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Catwoman #25

Posted: Saturday, November 29, 2003
By: Ray Tate



"Fire with Fire"

Writer: Ed Brubaker
Artists: Paul Gulacy & Jimmy Palmiotti, Laurie Kronenberg(c)
Publisher: DC

This is something of a debut issue for Catwoman. The artwork has drastically changed, and the title can no longer be considered a de facto animated series book: not that it ever was as the previous storyarc with some desperate action attempted to hammer home. Fortunately a real artist is behind the latest chapter in the reclamation of Selina Kyle's life.

Paul Gulacy has become the artist most associated with the post-Crisis feline. Certainly, Jim Balent had a grope in most of her adventures, but he wasn't exactly an artist and more of a bra inspector who earned his degree at the Russ Meyer School for Breastology. Mr. Gulacy illustrated Catwoman's guest appearances in two Legends of the Dark Knight stories by oft-partner Doug Moench and brought her to life in the overlooked and under hyped miniseries Batman: Outlaws written by the same.

Traditionally, Paul Gulacy's Catwoman has been...well, basically sex with a tail. There was no doubt in my mind that Gulacy's Catwoman was scampering nude around Gotham despite seeming to be sheathed in a purple or purple-gray costume. I'm still stunned that the censors let those panels fly. Selina's new costume from the Emma Peel collection was designed to be more realistic, and it does restrain Mr. Gulacy's artistic instincts. I'm not saying that Mr. Gulacy's own interpretation of was in any way wrong or unattractive. I quite liked it since the interpretation fit the story and made Catwoman a sultry obstacle in Batman's path.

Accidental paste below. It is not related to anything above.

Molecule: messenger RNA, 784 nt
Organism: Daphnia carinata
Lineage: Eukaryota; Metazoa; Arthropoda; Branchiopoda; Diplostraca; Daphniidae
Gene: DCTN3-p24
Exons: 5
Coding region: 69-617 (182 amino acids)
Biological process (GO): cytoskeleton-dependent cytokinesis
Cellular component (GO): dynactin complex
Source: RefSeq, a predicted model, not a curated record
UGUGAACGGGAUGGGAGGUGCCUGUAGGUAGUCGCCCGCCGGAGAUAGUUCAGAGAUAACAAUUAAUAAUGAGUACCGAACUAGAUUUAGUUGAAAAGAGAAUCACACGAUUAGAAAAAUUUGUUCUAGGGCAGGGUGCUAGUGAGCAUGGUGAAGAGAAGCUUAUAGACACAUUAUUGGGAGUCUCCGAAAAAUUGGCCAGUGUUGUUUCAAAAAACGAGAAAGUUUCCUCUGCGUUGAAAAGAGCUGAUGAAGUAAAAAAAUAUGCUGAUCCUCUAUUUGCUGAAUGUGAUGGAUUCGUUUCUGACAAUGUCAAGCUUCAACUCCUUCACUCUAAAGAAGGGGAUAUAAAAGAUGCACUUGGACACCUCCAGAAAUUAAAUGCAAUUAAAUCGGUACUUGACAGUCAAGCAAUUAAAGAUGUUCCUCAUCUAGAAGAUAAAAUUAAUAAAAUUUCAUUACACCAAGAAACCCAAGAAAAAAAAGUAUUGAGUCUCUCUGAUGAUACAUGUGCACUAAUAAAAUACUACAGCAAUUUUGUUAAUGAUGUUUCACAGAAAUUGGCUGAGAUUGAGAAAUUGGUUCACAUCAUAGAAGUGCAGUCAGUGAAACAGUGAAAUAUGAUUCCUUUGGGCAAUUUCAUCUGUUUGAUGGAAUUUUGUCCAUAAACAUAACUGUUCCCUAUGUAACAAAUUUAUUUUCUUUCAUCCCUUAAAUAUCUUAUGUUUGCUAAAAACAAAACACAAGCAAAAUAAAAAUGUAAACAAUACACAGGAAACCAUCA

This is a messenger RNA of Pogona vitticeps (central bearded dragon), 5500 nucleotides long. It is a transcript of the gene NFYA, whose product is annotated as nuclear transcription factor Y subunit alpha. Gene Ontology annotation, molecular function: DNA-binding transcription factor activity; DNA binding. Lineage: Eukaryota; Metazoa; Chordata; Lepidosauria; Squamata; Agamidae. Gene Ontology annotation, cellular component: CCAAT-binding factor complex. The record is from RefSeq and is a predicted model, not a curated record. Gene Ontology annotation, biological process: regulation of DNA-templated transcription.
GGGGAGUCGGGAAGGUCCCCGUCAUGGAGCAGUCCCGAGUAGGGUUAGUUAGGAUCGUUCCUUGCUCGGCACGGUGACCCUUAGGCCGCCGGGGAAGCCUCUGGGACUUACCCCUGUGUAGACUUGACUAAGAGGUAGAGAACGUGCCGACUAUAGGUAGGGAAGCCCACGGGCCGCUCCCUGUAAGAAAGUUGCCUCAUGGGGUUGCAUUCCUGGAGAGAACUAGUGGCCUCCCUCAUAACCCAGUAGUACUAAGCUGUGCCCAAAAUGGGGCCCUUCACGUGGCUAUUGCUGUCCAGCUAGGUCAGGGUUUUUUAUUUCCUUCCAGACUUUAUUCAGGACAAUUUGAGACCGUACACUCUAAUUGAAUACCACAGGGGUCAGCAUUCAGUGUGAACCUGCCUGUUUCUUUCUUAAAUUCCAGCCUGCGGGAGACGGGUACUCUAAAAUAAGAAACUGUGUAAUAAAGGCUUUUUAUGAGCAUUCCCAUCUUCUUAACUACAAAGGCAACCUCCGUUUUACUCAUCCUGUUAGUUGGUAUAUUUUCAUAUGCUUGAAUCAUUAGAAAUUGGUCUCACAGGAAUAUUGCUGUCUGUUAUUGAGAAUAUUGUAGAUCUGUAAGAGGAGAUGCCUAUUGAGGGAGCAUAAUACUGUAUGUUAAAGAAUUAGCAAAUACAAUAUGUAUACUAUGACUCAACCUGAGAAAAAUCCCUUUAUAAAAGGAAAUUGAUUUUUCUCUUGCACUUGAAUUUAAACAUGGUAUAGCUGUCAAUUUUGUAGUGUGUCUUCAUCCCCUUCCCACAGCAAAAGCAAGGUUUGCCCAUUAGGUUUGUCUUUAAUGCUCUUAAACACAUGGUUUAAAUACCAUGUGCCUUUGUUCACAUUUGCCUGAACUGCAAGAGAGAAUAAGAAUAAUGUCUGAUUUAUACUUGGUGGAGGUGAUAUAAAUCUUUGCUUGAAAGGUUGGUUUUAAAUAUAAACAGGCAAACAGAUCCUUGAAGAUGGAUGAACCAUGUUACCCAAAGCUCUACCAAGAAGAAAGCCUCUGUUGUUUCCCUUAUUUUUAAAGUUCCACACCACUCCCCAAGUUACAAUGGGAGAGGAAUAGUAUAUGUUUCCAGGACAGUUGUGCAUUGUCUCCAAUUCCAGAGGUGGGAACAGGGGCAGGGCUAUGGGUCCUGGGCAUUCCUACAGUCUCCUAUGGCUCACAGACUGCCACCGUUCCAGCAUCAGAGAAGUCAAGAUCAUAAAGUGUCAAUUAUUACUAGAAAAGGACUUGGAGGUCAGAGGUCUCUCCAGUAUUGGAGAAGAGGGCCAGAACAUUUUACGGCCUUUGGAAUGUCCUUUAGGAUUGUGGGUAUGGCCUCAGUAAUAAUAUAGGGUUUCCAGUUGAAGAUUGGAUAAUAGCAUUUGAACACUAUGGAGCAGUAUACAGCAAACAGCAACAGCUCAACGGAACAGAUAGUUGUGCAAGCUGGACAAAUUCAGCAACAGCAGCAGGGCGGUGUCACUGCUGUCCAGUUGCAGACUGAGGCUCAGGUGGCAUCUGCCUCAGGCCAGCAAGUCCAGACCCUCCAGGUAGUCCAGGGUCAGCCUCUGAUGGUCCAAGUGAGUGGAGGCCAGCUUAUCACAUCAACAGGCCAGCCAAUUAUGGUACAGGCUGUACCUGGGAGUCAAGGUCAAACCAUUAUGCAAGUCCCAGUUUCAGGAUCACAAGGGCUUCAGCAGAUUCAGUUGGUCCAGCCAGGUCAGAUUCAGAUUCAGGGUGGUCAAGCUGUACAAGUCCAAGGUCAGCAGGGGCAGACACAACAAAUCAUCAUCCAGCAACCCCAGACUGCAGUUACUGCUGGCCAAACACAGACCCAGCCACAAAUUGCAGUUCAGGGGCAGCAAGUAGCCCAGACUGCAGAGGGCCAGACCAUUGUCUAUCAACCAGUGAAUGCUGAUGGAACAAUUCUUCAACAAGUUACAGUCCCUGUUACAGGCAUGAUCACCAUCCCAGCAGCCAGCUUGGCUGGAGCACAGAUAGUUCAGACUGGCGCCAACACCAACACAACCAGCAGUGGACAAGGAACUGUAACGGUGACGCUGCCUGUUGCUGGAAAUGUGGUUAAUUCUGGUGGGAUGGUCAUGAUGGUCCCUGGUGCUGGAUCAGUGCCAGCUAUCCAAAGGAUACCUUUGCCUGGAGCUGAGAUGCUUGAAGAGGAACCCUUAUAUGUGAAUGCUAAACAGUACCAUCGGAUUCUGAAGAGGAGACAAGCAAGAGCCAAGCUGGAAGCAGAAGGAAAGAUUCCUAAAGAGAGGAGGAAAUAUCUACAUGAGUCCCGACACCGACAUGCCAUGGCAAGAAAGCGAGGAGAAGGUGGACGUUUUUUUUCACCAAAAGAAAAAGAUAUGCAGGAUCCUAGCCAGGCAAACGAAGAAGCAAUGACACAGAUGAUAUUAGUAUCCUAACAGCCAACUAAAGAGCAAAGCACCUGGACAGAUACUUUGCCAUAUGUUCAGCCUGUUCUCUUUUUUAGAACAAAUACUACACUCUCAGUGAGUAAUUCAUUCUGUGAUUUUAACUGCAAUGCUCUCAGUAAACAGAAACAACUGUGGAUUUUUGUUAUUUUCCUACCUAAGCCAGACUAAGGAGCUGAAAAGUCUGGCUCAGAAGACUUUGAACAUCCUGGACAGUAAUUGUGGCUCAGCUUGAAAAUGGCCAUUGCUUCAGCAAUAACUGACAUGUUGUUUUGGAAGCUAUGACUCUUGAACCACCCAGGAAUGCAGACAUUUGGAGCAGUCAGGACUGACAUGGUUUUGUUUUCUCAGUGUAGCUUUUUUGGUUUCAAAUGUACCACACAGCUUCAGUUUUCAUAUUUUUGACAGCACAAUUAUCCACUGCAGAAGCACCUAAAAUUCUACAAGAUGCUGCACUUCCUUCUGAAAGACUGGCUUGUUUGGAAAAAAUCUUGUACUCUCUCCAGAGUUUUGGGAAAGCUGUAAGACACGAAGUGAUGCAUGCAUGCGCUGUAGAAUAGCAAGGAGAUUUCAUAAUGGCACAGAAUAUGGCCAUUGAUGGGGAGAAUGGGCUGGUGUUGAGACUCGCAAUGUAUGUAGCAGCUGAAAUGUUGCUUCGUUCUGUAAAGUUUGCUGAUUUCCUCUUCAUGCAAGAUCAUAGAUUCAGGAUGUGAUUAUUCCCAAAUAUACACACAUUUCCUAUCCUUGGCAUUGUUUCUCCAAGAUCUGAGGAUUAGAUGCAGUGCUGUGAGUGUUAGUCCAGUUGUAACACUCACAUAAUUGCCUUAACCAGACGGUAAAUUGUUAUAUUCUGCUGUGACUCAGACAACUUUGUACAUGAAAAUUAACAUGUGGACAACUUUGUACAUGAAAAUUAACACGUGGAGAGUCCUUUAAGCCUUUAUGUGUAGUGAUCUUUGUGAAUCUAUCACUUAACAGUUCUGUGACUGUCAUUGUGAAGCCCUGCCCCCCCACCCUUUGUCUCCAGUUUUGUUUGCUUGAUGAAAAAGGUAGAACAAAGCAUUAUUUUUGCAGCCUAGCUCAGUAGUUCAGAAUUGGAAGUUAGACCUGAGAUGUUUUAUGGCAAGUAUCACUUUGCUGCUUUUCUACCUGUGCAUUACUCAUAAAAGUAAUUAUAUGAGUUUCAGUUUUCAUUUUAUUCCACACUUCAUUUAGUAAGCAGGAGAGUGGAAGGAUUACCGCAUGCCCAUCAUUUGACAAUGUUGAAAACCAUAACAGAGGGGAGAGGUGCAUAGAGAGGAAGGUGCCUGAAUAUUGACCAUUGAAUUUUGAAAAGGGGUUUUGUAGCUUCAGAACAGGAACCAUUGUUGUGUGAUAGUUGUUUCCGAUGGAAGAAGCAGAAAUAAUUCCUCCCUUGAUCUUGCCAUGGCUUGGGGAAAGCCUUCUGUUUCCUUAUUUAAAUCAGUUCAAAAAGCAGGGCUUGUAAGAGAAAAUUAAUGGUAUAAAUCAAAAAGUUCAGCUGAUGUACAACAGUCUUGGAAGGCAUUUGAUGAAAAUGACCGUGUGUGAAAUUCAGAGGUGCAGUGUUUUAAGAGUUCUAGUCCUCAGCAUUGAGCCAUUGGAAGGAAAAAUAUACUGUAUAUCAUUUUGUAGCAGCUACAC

Mr. Gulacy's rendering of Catwoman in her own title is something of a surprise. Oh, in certain scenes she's sexy and exudes sensuality, but when fully dresed Catwoman looks more than anything dangerous. Gulacy translates her overtly animated styled proportions into his more traced-over-film-strip style. While no Balent--who could or would want to be--Mr. Gulacy often enhanced certain attributes of Selina's physique but never to an outlandish extent. In Catwoman Mr. Gulacy makes her petite and muscular. Her new look under Mr. Gulacy's pencils and Jimmy Palmiotti's inks recalls that of Modesty Blaise. Rather than make her a sexy, exotic or impish co-star, Gulacy gives her fitting star angles that really show her in a different light from his previous representations of her.

Paul Gulacy's artwork reflects the strong writing of Ed Brubaker. As well as displaying his usual talent for characterization, Mr. Brubaker shows in the story some of the more far-reaching benefits of Selina's ousting of Black Mask. Only fair since the foul consequences hung around like a thundercloud over a previous story. Selina thanks to her actions now has a reputation to be feared.

The strong plot features an enjoyable cameo from a classic Batman foe. Mr. Brubaker gives him more depth through his dialogue and distinguishes him from the callous modern day thug who does not think and kills wantonly. I still do not care for this Selina's adventures taking place in a Gotham that should be much shinier thanks to Batman's presence, but there's no denying the enjoyment of seeing an efficient urban crimefighter such as Catwoman operating as smartly as Batman should in clever capers.



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